An orphan work is a work by a copyright owner who cannot be located after a reasonable search. Copyrighted works become orphaned for a number of reasons. Be it that the copyright owner did not know of his or her copyright, the copyright owner passed away, the business owning the copyright has dissolved, or some other reason rendering the work orphaned.
Orphan works are not typically a subject of major discussion in the music industry; especially given the vastness of blatant (okay, and sometimes “innocent”) copyright infringement. With the recent discovery of the late jazz music aficionado William Savory’s extensive record collection, widespread interest in orphan works has recently emerged. Mr. Savory’s collection is legend. The recordings are of rare, never before recorded performances by jazz greats thought to not exist because of the limited recording technology of the jazz era. Since the recordings contain works belonging to many different copyright owners who may never be located, this extraordinary collection may never be released to the public.
The discovery of the record collection has drawn attention to the incompleteness of copyright laws. Once an original work is of tangible form, the work has copyright protection. This copyright protection is automatic, regardless of what the author does with the work and regardless of whether the work is later orphaned. If someone wants to use the orphan work, there are two options: use the work while assuming the risk of being sued for copyright infringement, or not use the work.
The Copyright Office attempted to solve the dilemma surrounding orphan works in 2006 by suggesting legislation that would allow others to use orphan works. Under the proposed legislation, if a person is sued for the infringing use of an orphan work after a reasonable search for the copyright owner, the infringer would pay the work’s owner a reasonable license fee. Unfortunately, however, this legislation has not become law.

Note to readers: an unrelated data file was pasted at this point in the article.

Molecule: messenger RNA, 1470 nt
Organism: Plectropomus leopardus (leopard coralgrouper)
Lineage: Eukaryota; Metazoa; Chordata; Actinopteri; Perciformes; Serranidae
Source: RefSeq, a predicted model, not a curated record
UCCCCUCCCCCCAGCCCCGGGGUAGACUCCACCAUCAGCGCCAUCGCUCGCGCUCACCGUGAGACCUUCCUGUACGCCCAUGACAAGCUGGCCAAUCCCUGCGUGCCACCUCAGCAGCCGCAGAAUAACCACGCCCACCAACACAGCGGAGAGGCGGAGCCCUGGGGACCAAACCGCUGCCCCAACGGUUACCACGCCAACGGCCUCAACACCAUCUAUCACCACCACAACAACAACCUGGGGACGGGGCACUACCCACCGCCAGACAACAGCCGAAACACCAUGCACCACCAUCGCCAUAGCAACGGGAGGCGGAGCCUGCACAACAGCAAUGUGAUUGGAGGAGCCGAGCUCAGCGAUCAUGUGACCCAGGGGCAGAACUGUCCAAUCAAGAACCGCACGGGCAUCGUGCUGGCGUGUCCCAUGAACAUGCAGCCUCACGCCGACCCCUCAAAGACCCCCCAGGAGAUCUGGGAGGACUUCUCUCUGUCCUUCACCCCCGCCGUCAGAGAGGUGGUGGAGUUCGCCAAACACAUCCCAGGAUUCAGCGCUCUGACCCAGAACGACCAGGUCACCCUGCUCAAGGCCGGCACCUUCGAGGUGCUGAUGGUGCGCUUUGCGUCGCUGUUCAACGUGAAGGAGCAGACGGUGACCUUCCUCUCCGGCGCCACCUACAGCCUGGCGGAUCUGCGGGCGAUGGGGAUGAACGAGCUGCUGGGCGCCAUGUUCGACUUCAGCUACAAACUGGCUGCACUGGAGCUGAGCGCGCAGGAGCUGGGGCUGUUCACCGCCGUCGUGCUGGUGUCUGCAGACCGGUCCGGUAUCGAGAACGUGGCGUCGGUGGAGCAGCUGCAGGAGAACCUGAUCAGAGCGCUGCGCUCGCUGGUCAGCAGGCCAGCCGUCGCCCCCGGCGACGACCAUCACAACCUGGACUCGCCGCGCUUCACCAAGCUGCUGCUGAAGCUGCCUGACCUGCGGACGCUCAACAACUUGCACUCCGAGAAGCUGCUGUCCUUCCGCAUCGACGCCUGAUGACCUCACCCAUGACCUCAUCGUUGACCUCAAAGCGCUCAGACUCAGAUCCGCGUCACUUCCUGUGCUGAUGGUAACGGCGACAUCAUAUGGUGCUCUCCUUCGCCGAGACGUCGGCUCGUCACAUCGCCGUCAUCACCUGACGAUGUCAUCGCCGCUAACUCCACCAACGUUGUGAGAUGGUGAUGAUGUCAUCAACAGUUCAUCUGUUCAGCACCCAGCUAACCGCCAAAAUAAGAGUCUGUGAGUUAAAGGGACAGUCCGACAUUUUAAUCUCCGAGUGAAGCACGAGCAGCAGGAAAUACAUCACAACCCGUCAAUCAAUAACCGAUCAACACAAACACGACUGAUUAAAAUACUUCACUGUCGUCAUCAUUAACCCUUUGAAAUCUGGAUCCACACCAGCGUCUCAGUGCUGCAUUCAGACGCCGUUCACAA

The dilemma of using orphan works has not stopped some creators who risk copyright infringement liability in the name of creative evolution. A very notable usage of orphan works is DJ Shadow’s highly acclaimed album Endtroducing…... Inspired by the use of sampling in hip hop music, yet weary of the Biz Markie sampling/copyright infringement case, DJ Shadow created an album consisting entirely of sampled work. DJ Shadow cleared as many samples as possible to avoid the likelihood of being sued. The remaining, uncleared, samples were of records he found through flea markets and garage sales, most of which are possibly orphan works.
Orphan works provide a unique situation for creators who desire to expand upon those existing works. As DJ Shadow proved, one can breath new life into orphan works if only that person is willing to assume potential liability. Until Congress enacts legislation that will allow people to creatively use orphan works while limiting liability, many orphan works will be forgotten due to legal precautions. For those living on the dangerous side, one creator’s trash* may very well be another creator’s treasure.
*Orphan works are not actually considered trash.